Drivers Understand Autopilot Features And Limitations: Tesla To Germany

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Tesla, in response to German regulators who called the name “Autopilot” misleading, says that 98% of surveyed consumers in Germany understand the limitations and function of its semi-autonomous driving Autopilot feature, reports Fortune. German regulators pressured the automaker to change the name of its Autopilot feature.

Tesla drivers understand Autopilot

On Thursday, the electric car maker released the results of an online survey that was done by puls Marktforschung. The survey asked Tesla owners seven questions about the Autopilot feature, including whether they ever used the feature and if they understand the car warnings that show how it should be used. Most of the owners — a sample of 675 — understand that the driver is expected to maintain control of the car at all times.

Tesla’s Autopilot feature was rolled out in October through an over-the-air software update to assist drivers in steering and staying in lanes on the highways. The main intention was to help the driver and not to take control of all the functions of operating an electric car. In a blog post, the U.S.-based automaker published a link to the survey.

In response to the suggestion from Germany’s Kraftfahrt-Bundesamt (KBA) that using the name “Autopilot” is misleading, Tesla said that it worked with a third party to survey Tesla owners in Germany to understand better how they perceive Autopilot.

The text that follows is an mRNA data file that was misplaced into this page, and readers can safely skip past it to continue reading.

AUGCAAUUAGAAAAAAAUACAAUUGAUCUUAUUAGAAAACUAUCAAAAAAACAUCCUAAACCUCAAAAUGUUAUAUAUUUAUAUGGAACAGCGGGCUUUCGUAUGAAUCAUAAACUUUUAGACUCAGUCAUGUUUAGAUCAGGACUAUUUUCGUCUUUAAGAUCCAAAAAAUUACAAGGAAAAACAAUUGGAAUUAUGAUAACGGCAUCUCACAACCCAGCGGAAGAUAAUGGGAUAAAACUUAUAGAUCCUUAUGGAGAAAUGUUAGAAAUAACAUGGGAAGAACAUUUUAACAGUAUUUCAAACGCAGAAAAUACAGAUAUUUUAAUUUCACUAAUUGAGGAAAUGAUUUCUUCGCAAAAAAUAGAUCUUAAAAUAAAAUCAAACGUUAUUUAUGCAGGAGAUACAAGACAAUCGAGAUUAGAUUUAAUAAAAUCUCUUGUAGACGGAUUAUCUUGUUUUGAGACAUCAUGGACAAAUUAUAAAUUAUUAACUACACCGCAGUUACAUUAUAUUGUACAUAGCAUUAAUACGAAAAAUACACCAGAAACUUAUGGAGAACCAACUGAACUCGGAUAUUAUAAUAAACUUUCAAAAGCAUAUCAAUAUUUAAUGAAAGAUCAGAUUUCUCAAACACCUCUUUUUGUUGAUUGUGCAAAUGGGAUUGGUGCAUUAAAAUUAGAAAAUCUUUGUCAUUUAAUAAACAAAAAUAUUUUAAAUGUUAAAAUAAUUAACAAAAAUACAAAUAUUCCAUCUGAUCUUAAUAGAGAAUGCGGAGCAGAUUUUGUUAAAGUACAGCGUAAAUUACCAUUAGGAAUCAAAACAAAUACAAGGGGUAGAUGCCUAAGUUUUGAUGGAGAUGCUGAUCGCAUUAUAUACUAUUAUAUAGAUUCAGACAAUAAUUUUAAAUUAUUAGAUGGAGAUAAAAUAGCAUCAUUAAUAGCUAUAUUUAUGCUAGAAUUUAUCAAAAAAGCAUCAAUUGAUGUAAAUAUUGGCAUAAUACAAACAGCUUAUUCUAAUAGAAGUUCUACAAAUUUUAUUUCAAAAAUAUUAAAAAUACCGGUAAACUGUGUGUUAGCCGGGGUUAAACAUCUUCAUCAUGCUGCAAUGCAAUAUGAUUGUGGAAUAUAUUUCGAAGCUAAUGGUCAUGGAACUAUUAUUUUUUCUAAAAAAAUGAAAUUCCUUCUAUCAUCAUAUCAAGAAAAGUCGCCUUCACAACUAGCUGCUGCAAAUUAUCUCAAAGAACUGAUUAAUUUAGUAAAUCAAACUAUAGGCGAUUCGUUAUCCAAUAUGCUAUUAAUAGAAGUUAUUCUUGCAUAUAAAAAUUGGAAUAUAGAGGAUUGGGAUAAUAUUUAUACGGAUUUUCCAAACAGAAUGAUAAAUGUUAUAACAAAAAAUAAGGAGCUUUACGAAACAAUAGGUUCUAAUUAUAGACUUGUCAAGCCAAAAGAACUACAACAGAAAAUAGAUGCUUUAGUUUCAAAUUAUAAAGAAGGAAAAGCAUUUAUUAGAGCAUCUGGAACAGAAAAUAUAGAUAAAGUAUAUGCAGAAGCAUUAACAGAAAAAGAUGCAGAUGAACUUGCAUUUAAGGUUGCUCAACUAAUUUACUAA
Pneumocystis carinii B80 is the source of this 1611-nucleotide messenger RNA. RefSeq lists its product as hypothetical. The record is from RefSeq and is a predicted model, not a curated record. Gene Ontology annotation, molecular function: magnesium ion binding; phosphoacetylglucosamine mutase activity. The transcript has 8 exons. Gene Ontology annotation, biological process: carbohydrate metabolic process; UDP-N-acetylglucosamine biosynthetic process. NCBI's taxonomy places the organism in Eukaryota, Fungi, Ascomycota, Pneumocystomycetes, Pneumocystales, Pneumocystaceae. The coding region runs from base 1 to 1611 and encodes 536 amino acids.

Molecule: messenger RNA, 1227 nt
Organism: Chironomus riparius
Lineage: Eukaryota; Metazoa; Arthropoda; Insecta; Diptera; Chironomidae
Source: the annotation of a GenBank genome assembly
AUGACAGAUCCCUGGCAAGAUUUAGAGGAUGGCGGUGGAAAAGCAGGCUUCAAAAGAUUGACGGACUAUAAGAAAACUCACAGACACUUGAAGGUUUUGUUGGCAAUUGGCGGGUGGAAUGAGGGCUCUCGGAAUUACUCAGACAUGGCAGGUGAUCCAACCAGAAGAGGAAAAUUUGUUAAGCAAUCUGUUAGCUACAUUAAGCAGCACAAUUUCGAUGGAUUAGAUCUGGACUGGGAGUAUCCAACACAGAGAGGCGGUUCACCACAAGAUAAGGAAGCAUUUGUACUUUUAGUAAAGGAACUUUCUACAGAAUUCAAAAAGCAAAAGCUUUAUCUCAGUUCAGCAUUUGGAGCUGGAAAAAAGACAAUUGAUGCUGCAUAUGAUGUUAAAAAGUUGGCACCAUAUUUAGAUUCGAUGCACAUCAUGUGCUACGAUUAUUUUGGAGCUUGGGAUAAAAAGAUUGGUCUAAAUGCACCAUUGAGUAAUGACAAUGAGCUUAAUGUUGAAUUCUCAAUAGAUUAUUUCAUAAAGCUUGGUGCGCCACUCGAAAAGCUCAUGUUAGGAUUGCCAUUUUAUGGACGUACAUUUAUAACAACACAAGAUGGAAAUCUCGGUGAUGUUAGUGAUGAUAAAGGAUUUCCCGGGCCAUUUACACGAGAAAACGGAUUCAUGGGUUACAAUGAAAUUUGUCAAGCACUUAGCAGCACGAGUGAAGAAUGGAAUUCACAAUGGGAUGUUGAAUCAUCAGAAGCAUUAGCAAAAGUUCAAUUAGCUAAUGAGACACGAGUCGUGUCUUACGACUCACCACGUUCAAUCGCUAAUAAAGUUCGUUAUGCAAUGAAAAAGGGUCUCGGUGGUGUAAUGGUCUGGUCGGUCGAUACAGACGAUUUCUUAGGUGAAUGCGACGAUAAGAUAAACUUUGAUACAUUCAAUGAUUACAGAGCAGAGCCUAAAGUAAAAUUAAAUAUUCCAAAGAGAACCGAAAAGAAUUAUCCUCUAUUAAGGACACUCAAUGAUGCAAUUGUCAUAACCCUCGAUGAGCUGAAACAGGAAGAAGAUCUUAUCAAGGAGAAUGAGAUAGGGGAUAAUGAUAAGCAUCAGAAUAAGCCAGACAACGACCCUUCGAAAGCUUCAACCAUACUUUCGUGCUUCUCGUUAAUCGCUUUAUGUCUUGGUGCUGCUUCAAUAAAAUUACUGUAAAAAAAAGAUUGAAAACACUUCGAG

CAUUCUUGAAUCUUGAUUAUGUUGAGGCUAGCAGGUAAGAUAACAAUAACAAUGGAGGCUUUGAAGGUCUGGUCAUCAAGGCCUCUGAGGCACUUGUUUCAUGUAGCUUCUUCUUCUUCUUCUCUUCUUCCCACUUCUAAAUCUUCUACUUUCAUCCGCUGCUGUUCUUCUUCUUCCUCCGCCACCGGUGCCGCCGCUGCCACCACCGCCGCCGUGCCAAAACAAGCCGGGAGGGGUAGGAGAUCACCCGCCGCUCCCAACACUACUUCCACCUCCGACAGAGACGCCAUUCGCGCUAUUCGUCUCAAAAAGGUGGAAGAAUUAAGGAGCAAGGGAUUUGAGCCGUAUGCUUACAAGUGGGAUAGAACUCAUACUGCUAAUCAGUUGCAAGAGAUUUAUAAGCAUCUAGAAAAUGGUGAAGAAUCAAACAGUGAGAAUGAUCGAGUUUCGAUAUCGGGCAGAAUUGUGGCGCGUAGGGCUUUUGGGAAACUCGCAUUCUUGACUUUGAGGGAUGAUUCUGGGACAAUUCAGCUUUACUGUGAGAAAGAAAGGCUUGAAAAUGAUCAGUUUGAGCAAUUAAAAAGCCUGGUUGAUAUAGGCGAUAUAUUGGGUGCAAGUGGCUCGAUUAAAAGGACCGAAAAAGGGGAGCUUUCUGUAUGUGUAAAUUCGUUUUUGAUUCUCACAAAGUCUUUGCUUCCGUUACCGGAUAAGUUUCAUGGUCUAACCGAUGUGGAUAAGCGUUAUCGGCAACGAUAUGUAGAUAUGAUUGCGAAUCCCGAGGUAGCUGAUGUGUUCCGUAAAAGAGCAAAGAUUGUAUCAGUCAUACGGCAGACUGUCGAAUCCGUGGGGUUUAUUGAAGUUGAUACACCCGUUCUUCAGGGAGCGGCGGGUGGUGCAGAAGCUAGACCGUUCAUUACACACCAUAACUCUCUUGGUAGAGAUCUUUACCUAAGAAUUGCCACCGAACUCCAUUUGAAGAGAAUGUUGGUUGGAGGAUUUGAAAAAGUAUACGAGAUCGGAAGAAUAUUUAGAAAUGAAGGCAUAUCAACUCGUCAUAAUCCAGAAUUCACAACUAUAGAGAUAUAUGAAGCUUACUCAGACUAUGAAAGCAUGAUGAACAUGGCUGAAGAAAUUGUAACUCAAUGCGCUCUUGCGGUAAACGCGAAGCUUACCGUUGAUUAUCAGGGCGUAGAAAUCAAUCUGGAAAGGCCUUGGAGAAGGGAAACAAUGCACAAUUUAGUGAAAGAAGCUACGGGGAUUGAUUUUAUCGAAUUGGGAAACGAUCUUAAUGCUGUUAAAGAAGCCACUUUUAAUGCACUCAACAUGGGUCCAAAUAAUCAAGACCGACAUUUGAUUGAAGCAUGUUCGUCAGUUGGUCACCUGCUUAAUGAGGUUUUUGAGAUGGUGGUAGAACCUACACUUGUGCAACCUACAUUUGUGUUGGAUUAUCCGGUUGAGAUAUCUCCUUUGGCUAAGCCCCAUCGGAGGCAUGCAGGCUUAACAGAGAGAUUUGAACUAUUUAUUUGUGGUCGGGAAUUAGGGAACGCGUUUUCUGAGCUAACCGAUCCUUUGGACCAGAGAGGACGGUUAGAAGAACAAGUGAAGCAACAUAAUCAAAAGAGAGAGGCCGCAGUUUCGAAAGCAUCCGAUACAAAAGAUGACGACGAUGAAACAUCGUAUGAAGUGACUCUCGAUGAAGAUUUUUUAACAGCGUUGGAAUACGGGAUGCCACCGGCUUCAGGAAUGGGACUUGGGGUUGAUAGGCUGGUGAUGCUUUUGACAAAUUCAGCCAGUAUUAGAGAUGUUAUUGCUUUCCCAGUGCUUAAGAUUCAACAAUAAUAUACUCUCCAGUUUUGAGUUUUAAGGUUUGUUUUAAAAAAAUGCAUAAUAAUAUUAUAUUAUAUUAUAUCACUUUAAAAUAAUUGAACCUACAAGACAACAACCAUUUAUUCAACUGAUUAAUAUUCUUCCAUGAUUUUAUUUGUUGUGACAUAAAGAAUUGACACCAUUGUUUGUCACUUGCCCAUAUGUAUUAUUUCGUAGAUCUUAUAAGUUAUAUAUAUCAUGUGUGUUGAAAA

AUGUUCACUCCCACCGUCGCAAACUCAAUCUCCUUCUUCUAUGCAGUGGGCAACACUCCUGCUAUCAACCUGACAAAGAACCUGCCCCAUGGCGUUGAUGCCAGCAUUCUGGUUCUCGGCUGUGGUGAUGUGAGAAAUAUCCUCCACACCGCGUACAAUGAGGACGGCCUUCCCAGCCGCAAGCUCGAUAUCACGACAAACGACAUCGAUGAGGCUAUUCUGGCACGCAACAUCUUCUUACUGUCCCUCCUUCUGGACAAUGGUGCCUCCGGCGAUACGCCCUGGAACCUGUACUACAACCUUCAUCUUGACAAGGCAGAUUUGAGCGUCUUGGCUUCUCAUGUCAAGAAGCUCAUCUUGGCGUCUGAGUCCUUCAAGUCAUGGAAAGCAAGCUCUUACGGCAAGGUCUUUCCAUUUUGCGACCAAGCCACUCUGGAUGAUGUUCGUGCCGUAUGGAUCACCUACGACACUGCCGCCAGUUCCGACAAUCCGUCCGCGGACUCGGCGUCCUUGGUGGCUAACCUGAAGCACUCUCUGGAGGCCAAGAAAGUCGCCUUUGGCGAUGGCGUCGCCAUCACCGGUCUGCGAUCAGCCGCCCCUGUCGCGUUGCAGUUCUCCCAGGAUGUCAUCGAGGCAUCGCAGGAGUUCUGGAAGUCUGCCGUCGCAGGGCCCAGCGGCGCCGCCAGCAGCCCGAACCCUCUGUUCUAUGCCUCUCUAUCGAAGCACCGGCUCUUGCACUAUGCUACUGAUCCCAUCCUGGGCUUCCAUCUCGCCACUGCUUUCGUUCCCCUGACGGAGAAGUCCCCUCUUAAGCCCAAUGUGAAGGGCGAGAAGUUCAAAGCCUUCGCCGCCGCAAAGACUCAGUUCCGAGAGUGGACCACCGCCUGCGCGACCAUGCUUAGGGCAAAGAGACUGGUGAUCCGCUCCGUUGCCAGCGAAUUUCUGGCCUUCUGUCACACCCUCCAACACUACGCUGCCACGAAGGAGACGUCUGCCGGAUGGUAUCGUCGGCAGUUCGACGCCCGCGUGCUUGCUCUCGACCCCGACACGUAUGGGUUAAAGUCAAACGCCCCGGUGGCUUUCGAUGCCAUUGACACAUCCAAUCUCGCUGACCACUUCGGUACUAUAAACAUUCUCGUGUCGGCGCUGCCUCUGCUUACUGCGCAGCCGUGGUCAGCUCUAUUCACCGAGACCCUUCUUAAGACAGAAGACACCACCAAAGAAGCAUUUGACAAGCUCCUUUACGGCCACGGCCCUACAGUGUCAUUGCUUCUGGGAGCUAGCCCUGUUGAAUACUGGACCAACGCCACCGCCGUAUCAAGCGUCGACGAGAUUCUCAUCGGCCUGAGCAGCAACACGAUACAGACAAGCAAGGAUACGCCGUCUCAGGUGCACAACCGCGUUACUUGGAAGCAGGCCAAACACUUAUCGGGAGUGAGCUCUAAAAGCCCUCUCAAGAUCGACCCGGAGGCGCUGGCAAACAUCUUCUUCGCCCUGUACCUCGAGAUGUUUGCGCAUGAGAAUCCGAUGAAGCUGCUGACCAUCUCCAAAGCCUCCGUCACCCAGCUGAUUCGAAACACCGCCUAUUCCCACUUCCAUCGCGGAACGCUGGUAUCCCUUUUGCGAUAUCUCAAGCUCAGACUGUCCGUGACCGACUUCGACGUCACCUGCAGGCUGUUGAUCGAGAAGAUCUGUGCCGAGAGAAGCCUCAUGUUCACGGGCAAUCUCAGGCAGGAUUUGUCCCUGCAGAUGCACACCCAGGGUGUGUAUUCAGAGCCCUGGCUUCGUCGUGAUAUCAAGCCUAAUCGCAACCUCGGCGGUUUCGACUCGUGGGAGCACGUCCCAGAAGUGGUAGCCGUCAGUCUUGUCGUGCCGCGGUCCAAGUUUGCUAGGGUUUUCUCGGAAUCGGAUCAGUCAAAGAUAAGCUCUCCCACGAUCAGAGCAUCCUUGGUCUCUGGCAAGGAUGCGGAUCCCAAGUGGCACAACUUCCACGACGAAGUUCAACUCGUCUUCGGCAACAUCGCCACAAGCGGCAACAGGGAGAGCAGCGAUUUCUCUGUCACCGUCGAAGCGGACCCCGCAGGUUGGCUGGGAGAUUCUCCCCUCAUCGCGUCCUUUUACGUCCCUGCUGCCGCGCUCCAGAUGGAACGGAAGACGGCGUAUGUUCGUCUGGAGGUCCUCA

“98% of customers surveyed said they understand that when using Autopilot, the driver is expected to maintain control of the vehicle at all times,” the blog post said.

Tesla’s two-pronged approach

Tesla CEO Elon Musk boasted for months that there had not been one death attributable to its Autopilot feature. Earlier this year, however, there came reports of a driver in Florida was killed tragically when his Model S crashed into a tractor trailer. Later, it was disclosed that Autopilot mode was used at the time of the crash.

Since then, there have been many complaints about the Autopilot feature, and the EV maker has implemented a two-pronged approach in the wake of these complaints. First, the automaker has been vocal that some accidents are due to drivers using the Autopilot feature incorrectly. Second, the EV maker has implemented many fences around Autopilot mode to limit the opportunity for abuse, reports Yahoo.

In October, Germany’s head of transportation agency asked the U.S. firm to stop advertising its EVs as having an Autopilot function, as it might suggest that the drivers’ attention is not required. The agency is also conducting its own studies into the Autopilot function to determine if it is a safety hazard, notes Fortune.

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